In Ezekiel’s vision, very close to the middle of the land between the 7 northern and 5 southern tribes, about 30 kilometers north of Jerusalem, is a large complex of sacred buildings called “the Sacred Grant” (Ferrar Fenton), called “the Oblation” in the KJV, “portion” in both the Amplified and the Protestant Reformation’s Miles Coverdale translation of 1535, “holy offering” in the Complete Jewish Bible, “holy heave-offering” in Darby, “whole offering” in the LXX, “holy portion” in Rotherham, “set-apart contribution” in the Scriptures Version, “the heave-offering” in Young’s Literal Translation; “the firstfruits” in Douay-Rheims. So there is a lot of different terminology used to describe it. The Hebrew word is “TERUMAH,” Strong’s H8641, meaning a present offered up, heave offering, or oblation; it is found 76 times in Scripture. To avoid confusion, I believe that it is usually best if possible to use God’s words rather than man’s wisdom.
Bible commentaries often have a drawing depicting the layout of Ezekiel’s restored land of Canaan, with seven tribes north of the Terumah, Oblation or Sacred Grant, and five tribes south of it. The size of each tribal portion is given in the text. The TempleMount.org website says,
“The temple in Shiloh is connected, to a lesser or greater extent, to a key messianic prophecy in Genesis 49:10. Jacob blessed Judah by proclaiming that the right of kingship would never depart from his line nor would the lawgiver cease until Shiloh comes, and to him will be the obedience of the nations. The meaning of Shiloh as used in this verse is uncertain. Some take it as a title for the Messiah, while others understand it as a possessive pronoun, meaning ‘whose it is’. The problem phrase could also be translated as ‘until he comes to Shiloh’. If the last option is correct then this well-known passage not only prophesies the Lion from the tribe of Judah as King over all the nations, but even tells us where His house will be.”
Shiloh, incidentally, is located in the ancestral territory of the tribe of Ephraim, not Judah, and many miles north of the location of Jerusalem. (Judges 21:19) Ezekiel’s temple was not in Jerusalem! In Ezekiel 40:2, the city is located on the south side of the mountain, “a very high mountain, on the south side of which there was what seemed to be the structure of a city.” (Amplified Version) Solomon’s Temple was built in Jerusalem on the north-east side of Mount Zion. On the south side of Mount Zion is steep rock, not the place to build a temple!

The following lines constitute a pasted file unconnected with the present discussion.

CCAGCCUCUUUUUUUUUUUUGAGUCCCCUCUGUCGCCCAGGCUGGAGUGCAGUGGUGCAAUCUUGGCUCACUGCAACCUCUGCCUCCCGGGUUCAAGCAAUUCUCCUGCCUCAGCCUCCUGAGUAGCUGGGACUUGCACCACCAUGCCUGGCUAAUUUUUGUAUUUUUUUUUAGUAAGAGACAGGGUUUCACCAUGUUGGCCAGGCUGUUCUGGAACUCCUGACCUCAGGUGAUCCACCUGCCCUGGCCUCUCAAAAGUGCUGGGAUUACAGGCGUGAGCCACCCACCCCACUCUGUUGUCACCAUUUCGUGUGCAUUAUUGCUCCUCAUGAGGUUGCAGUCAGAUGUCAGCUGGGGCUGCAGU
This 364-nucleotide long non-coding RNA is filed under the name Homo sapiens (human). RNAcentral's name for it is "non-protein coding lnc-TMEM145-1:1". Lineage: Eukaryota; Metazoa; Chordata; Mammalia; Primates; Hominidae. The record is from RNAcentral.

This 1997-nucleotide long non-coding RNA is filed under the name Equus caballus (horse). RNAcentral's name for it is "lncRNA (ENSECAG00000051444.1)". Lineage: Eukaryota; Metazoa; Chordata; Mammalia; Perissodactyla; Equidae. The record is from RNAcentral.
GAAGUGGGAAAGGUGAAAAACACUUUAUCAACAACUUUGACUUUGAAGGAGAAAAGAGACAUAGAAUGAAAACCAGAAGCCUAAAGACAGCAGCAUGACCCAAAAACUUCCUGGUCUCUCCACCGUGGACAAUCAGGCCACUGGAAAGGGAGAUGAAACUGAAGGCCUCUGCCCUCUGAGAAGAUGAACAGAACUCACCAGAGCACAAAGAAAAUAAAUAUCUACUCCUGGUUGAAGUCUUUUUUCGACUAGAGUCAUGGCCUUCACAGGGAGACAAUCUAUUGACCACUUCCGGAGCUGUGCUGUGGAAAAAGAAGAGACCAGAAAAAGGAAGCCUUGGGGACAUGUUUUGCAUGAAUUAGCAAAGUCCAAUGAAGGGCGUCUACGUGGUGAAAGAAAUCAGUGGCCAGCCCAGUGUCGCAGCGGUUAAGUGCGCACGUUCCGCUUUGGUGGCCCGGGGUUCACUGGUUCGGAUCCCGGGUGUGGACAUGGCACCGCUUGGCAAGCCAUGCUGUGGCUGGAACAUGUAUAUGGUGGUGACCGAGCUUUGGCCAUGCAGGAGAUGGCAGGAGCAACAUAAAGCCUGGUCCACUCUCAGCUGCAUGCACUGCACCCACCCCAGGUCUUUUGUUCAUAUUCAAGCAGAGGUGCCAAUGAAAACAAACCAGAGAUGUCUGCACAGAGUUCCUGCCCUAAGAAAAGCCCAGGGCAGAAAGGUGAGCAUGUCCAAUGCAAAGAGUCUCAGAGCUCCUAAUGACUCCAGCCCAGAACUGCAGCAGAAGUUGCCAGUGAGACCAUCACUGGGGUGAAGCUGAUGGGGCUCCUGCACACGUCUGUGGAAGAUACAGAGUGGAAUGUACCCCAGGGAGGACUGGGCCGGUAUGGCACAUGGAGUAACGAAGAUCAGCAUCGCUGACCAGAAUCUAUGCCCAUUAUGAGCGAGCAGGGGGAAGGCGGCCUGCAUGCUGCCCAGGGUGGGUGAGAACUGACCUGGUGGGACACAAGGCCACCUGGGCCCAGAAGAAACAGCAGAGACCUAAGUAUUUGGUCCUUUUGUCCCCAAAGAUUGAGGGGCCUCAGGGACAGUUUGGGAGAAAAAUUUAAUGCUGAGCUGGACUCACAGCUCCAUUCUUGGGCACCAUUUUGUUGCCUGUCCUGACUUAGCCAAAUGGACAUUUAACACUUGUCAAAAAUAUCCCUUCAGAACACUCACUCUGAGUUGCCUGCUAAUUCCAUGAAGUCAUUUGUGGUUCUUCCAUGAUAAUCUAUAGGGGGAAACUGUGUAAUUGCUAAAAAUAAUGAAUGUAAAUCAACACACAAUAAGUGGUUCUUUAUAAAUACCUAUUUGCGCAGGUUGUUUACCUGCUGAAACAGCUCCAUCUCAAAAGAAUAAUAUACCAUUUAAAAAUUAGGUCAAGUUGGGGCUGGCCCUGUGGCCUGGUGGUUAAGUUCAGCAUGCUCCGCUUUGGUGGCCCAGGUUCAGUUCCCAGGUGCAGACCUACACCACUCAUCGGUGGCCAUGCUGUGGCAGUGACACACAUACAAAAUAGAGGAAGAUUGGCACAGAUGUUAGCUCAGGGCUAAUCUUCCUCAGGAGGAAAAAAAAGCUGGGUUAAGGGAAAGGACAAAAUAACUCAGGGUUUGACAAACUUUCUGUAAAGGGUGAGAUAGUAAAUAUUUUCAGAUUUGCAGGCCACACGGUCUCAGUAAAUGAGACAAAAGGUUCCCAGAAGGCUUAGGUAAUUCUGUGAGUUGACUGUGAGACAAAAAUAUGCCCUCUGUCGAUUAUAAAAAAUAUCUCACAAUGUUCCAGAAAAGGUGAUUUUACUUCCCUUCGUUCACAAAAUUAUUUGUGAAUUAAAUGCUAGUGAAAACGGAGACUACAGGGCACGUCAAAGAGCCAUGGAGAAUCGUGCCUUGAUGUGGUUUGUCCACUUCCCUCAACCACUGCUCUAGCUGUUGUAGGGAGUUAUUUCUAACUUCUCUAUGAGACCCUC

Lutheran scholar John Peter Lang’s Commentary says, “Notwithstanding the irregularity of the natural boundaries, Ezekiel views the Holy Land as a rectangular, oblong quadrilateral, etc. The centre falls exactly at Sychar, where Jesus speaks to the woman of Samaria (John 4). Mount Gerizim is the site of the new temple, but the Holy City is at a distance of about five miles off; the place in which it is situated is ‘the place of Bethel.’” So the Temple sits on Mount Gerizim in Samaria, and the city is located in Bethel.
Finally, the Keil and Delitzsch Bible commentary says, “In Ezekiel 45 and 48 there follow still further statements concerning the separation of the sanctuary from the rest of the land, which are in perfect harmony with this, and show most indisputably that the temple seen by Ezekiel was not to have its seat in the ancient Jerusalem.” [K&D Ezekiel 42:15-20]
Modern Dispensational-Futurism has created an entire illusory scenario whereby the Jews rebuild the Jerusalem Temple on the same old Temple Mount in Jerusalem, with Jewish salvation by animal sacrifices, and ruled over by a unitary world Anti-Christ. We share this short study to give just a glimpse at a couple of key elements of their cult theory and show the non-biblical basis of their teaching.